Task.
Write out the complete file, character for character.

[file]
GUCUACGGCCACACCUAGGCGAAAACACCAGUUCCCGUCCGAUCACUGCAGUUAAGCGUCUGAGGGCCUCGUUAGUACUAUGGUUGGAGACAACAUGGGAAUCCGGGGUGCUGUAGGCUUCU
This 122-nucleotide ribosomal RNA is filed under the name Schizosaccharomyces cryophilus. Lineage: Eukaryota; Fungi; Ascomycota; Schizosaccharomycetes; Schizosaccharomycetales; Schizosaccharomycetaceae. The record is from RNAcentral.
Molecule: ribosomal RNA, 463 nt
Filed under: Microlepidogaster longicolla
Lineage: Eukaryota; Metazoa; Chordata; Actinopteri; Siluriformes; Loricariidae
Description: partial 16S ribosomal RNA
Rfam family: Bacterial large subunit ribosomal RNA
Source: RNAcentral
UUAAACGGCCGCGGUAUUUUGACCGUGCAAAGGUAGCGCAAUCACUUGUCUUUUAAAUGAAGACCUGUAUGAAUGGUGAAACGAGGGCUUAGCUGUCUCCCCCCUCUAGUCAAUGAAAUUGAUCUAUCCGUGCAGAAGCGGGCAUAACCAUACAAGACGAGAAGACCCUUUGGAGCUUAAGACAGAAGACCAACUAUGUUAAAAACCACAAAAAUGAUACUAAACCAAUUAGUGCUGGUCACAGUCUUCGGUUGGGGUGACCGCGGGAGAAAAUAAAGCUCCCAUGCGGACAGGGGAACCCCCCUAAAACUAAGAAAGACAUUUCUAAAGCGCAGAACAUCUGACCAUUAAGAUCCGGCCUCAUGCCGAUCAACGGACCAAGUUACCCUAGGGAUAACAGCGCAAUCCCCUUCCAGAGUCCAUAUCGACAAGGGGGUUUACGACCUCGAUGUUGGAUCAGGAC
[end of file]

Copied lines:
GUCUACGGCCACACCUAGGCGAAAACACCAGUUCCCGUCCGAUCACUGCAGUUAAGCGUCUGAGGGCCUCGUUAGUACUAUGGUUGGAGACAACAUGGGAAUCCGGGGUGCUGUAGGCUUCU
This 122-nucleotide ribosomal RNA is filed under the name Schizosaccharomyces cryophilus. Lineage: Eukaryota; Fungi; Ascomycota; Schizosaccharomycetes; Schizosaccharomycetales; Schizosaccharomycetaceae. The record is from RNAcentral.
Molecule: ribosomal RNA, 463 nt
Filed under: Microlepidogaster longicolla
Lineage: Eukaryota; Metazoa; Chordata; Actinopteri; Siluriformes; Loricariidae
Description: partial 16S ribosomal RNA
Rfam family: Bacterial large subunit ribosomal RNA
Source: RNAcentral
UUAAACGGCCGCGGUAUUUUGACCGUGCAAAGGUAGCGCAAUCACUUGUCUUUUAAAUGAAGACCUGUAUGAAUGGUGAAACGAGGGCUUAGCUGUCUCCCCCCUCUAGUCAAUGAAAUUGAUCUAUCCGUGCAGAAGCGGGCAUAACCAUACAAGACGAGAAGACCCUUUGGAGCUUAAGACAGAAGACCAACUAUGUUAAAAACCACAAAAAUGAUACUAAACCAAUUAGUGCUGGUCACAGUCUUCGGUUGGGGUGACCGCGGGAGAAAAUAAAGCUCCCAUGCGGACAGGGGAACCCCCCUAAAACUAAGAAAGACAUUUCUAAAGCGCAGAACAUCUGACCAUUAAGAUCCGGCCUCAUGCCGAUCAACGGACCAAGUUACCCUAGGGAUAACAGCGCAAUCCCCUUCCAGAGUCCAUAUCGACAAGGGGGUUUACGACCUCGAUGUUGGAUCAGGAC